class Component;
	class Node{
		std::unordered_map<std::string, std::unique_ptr> components;
		bool was_updated;
		std::string name;
		std::vector<std::unique_ptr> childs;
		Node *parent;
		Node(std::string name, Node *parent);
		void AlertParentToUpdate();
		Node* AddChild(std::string name);
		void AddComponent(Component *component);

		void TraverseAndRender(Shader shader);
		void TraverseAndUpdate();
		void TraverseAndPrint(int level);
		Node* TraverseAndFind(std::string name);

		std::string GetName();

And I will then have classes such as Renderable or Collideable that inherits from Component. In each update I will check for the key in the unordered map (which, I hope is O(n) where n is the number of components) and then invoke the function for that component if the object uses the components. I have no idea how this will perform performance-wise in the future.

Here is my Renderable.h, which contains my OpenGL logic (I want to separate the rendering and game logic as best as I can)

namespace Xyt{
	class Renderable : public Component
		GLuint VAO, VBO, EBO;
		virtual ~Renderable(){}

		virtual void Render(Shader shader) = 0;
		virtual void SetupContext() = 0;
		std::string Identifier() override;

and here is my Mesh.h which implmenets renderable.

namespace Xyt{
	class Mesh : public Renderable{

		std::vector vertices;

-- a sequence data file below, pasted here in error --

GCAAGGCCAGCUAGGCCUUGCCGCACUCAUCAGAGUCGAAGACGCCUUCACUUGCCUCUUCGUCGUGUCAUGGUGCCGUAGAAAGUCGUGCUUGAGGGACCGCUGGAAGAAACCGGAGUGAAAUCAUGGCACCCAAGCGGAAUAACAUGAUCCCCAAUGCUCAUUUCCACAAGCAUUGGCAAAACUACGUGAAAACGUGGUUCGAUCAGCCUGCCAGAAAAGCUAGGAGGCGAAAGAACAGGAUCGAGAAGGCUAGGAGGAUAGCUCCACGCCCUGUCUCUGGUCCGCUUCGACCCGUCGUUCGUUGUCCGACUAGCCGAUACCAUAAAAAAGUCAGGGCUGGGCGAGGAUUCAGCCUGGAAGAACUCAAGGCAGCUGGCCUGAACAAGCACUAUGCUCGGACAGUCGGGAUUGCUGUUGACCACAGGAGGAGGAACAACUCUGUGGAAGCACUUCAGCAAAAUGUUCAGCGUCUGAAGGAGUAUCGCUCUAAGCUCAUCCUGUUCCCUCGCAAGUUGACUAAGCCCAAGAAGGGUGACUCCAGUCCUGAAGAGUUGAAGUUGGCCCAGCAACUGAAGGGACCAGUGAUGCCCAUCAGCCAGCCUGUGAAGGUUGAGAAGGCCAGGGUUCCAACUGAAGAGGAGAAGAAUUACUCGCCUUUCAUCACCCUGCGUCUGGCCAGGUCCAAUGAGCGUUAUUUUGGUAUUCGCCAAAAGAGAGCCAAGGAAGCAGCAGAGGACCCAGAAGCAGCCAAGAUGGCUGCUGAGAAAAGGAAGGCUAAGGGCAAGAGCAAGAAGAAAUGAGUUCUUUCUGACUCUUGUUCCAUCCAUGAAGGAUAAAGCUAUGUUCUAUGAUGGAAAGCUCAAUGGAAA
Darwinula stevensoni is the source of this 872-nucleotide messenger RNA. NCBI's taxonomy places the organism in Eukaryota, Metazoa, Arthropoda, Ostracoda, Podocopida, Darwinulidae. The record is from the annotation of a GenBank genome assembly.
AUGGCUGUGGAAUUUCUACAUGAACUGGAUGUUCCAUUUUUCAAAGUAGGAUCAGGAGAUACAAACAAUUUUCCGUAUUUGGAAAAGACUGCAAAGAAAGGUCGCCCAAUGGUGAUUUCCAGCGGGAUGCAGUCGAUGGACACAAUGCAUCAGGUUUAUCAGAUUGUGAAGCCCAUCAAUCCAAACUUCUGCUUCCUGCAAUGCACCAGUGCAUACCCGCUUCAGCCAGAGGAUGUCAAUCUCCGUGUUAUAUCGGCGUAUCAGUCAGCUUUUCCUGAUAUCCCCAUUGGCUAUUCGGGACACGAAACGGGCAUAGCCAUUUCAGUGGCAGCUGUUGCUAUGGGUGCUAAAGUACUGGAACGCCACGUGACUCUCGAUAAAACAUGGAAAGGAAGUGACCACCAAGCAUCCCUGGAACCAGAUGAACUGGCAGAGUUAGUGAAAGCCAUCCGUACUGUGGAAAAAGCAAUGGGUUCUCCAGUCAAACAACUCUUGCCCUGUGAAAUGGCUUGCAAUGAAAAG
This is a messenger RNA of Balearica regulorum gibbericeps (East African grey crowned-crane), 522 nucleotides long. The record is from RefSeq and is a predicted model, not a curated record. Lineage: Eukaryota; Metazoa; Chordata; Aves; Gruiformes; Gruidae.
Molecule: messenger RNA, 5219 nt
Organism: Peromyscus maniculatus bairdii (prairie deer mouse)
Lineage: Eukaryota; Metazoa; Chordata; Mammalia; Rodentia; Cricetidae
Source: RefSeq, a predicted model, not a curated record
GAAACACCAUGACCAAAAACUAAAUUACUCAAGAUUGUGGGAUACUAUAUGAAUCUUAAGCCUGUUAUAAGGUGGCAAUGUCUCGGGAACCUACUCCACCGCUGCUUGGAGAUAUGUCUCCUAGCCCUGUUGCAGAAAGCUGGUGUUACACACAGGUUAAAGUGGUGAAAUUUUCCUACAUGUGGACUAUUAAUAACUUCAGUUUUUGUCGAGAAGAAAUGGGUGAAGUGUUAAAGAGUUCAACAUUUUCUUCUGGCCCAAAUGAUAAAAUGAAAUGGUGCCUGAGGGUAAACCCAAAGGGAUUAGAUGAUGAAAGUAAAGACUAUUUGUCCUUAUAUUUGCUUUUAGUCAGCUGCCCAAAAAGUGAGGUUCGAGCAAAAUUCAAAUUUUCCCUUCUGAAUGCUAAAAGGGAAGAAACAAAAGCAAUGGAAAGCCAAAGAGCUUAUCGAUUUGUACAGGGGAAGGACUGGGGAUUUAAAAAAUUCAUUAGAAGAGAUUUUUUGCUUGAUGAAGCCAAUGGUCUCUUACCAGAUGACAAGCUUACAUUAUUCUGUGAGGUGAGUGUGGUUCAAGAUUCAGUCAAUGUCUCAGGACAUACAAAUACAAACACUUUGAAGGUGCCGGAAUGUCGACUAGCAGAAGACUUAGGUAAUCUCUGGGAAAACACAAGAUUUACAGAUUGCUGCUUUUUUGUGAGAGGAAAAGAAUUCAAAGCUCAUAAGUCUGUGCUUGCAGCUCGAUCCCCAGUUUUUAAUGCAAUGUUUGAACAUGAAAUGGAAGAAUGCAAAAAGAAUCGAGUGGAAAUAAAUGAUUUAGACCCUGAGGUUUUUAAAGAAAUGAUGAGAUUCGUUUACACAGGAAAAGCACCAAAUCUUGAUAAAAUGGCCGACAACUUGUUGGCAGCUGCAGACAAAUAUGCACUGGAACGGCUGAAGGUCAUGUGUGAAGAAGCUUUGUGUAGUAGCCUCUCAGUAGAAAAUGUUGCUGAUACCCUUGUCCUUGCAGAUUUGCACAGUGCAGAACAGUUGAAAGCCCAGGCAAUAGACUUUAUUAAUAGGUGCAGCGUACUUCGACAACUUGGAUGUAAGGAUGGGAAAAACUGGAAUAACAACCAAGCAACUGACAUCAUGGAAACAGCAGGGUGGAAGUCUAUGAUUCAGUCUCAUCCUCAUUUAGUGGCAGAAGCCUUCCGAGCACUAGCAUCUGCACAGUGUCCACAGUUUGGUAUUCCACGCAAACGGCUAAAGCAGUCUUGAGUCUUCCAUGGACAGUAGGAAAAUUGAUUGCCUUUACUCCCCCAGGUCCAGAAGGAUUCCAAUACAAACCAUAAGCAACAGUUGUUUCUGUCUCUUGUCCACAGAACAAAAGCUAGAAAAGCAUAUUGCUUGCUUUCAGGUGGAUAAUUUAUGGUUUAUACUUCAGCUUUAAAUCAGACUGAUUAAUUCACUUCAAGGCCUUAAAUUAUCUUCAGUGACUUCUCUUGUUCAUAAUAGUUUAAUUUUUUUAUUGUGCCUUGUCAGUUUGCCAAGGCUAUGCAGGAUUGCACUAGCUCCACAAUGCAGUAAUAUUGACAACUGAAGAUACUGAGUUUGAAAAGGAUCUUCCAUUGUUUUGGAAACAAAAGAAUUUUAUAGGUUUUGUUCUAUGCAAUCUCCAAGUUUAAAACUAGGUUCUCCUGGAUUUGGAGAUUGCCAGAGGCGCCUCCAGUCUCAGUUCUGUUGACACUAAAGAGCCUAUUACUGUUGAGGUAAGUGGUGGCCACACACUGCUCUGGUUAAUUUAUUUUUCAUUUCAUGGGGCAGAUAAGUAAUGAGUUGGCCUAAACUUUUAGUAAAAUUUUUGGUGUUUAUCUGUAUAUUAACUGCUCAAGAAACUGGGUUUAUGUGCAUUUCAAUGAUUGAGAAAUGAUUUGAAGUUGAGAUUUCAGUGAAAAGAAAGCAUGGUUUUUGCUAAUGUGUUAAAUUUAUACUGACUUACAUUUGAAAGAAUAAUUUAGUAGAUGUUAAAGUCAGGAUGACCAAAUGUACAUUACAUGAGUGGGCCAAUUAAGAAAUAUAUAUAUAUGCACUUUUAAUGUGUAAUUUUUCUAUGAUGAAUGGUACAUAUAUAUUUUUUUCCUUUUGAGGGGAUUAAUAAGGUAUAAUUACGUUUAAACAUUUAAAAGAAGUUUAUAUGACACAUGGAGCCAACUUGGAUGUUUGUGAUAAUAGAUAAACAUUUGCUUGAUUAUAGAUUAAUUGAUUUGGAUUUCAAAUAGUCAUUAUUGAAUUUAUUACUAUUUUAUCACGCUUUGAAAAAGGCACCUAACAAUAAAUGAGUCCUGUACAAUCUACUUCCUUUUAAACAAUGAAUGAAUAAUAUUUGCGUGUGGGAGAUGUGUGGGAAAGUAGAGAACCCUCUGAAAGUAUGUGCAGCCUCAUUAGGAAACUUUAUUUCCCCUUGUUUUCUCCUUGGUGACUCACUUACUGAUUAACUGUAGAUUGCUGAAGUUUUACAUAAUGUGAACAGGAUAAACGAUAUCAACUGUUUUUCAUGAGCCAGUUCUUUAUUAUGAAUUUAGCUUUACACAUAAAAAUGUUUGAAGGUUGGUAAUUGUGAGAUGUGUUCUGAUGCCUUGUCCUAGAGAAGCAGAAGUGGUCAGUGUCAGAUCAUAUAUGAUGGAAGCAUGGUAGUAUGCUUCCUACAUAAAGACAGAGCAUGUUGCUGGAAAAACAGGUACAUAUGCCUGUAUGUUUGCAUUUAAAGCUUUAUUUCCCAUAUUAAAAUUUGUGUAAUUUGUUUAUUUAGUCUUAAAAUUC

std::vector indices;
		std::vector textures;
		Mesh(std::vector &vertices, std::vector &indices, std::vector &textures);

		void SetupContext() override;
		void Render(Shader shader) override;
		std::string Identifier() override;


Which I then can then traverse with

//game.cpp OnRender()

//node.cpp implementation
void Xyt::Node::TraverseAndRender(Shader shader){
	auto comp = components.find("Mesh");
	if (comp != components.end()){
		Mesh *temp = static_cast<Mesh*>(comp->second.get());

	for (auto i = 0; i < childs.size(); i++){ 	

Which should render everything that has a mesh component attached in my scene.

Here is my Scenegraph:

With “n” denoting an empty node and “m” denoting a node with a mesh component attached to it.

And here is the render result:


First render in the engine

Which is basically just a plain crysis model (without lighting).

I mostly just used the code from http://learnopengl.com/#!Model-Loading/Assimp for the mesh loader part. Which is a really good OpenGL tutorial site and I recommend anybody reading this to check it out.

The next step is to try and abstract away the shader and all OpenGL function calls to the renderable class, which I will probably do on Monday.

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Day 2 – Migrated back to Visual studio

So basically I’ve been trying to learn how to code C++ inside linux, however it seems that its a really unforgiving environment for beginners like me in order to code fast and precisely in an Linux environemnt.

I feel like Im struggling to fight against the IDE. Issues with code assistance in netbeans 8.1 keeps popping up randomly and can only be fixed by an IDE restart.

Therefore I have decided to just migrate whatever code I can back to visual studio and use my old opengl template project as a base instead of Glitter.